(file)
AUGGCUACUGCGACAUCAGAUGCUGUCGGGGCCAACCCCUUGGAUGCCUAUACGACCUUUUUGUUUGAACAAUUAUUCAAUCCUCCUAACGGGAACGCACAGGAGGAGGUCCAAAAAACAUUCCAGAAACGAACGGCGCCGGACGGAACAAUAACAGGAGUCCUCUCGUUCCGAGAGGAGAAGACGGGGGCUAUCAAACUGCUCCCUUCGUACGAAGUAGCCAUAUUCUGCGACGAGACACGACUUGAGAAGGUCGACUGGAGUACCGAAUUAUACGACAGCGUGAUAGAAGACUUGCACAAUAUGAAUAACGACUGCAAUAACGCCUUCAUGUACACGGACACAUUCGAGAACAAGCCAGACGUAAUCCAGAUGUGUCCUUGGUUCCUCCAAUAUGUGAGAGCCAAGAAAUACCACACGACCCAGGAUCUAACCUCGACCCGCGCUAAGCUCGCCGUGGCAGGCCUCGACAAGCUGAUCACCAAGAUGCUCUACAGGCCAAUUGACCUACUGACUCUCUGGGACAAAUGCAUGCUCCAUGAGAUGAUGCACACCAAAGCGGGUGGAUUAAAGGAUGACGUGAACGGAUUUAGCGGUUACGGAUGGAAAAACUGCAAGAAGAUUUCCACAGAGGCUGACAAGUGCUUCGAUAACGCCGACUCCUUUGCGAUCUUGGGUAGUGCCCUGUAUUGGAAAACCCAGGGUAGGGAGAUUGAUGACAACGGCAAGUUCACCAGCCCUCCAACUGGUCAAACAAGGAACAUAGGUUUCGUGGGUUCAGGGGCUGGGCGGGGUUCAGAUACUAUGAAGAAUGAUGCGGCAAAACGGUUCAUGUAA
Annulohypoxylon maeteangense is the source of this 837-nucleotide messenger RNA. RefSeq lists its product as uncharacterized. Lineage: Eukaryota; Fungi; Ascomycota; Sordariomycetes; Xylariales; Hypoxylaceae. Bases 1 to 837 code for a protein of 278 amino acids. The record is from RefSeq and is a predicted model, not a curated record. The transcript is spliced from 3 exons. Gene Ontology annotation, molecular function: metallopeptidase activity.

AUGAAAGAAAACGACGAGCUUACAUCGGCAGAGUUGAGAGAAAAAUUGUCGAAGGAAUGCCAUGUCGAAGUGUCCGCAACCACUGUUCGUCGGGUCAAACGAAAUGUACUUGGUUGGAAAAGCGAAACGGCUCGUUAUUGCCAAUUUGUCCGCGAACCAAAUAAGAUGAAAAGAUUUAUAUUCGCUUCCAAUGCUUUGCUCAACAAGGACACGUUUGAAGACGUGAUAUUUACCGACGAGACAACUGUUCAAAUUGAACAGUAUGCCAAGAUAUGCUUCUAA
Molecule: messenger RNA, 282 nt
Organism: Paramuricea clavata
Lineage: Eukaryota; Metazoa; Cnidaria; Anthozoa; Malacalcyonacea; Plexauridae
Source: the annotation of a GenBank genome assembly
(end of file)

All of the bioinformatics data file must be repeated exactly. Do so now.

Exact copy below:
AUGGCUACUGCGACAUCAGAUGCUGUCGGGGCCAACCCCUUGGAUGCCUAUACGACCUUUUUGUUUGAACAAUUAUUCAAUCCUCCUAACGGGAACGCACAGGAGGAGGUCCAAAAAACAUUCCAGAAACGAACGGCGCCGGACGGAACAAUAACAGGAGUCCUCUCGUUCCGAGAGGAGAAGACGGGGGCUAUCAAACUGCUCCCUUCGUACGAAGUAGCCAUAUUCUGCGACGAGACACGACUUGAGAAGGUCGACUGGAGUACCGAAUUAUACGACAGCGUGAUAGAAGACUUGCACAAUAUGAAUAACGACUGCAAUAACGCCUUCAUGUACACGGACACAUUCGAGAACAAGCCAGACGUAAUCCAGAUGUGUCCUUGGUUCCUCCAAUAUGUGAGAGCCAAGAAAUACCACACGACCCAGGAUCUAACCUCGACCCGCGCUAAGCUCGCCGUGGCAGGCCUCGACAAGCUGAUCACCAAGAUGCUCUACAGGCCAAUUGACCUACUGACUCUCUGGGACAAAUGCAUGCUCCAUGAGAUGAUGCACACCAAAGCGGGUGGAUUAAAGGAUGACGUGAACGGAUUUAGCGGUUACGGAUGGAAAAACUGCAAGAAGAUUUCCACAGAGGCUGACAAGUGCUUCGAUAACGCCGACUCCUUUGCGAUCUUGGGUAGUGCCCUGUAUUGGAAAACCCAGGGUAGGGAGAUUGAUGACAACGGCAAGUUCACCAGCCCUCCAACUGGUCAAACAAGGAACAUAGGUUUCGUGGGUUCAGGGGCUGGGCGGGGUUCAGAUACUAUGAAGAAUGAUGCGGCAAAACGGUUCAUGUAA
Annulohypoxylon maeteangense is the source of this 837-nucleotide messenger RNA. RefSeq lists its product as uncharacterized. Lineage: Eukaryota; Fungi; Ascomycota; Sordariomycetes; Xylariales; Hypoxylaceae. Bases 1 to 837 code for a protein of 278 amino acids. The record is from RefSeq and is a predicted model, not a curated record. The transcript is spliced from 3 exons. Gene Ontology annotation, molecular function: metallopeptidase activity.

AUGAAAGAAAACGACGAGCUUACAUCGGCAGAGUUGAGAGAAAAAUUGUCGAAGGAAUGCCAUGUCGAAGUGUCCGCAACCACUGUUCGUCGGGUCAAACGAAAUGUACUUGGUUGGAAAAGCGAAACGGCUCGUUAUUGCCAAUUUGUCCGCGAACCAAAUAAGAUGAAAAGAUUUAUAUUCGCUUCCAAUGCUUUGCUCAACAAGGACACGUUUGAAGACGUGAUAUUUACCGACGAGACAACUGUUCAAAUUGAACAGUAUGCCAAGAUAUGCUUCUAA
Molecule: messenger RNA, 282 nt
Organism: Paramuricea clavata
Lineage: Eukaryota; Metazoa; Cnidaria; Anthozoa; Malacalcyonacea; Plexauridae
Source: the annotation of a GenBank genome assembly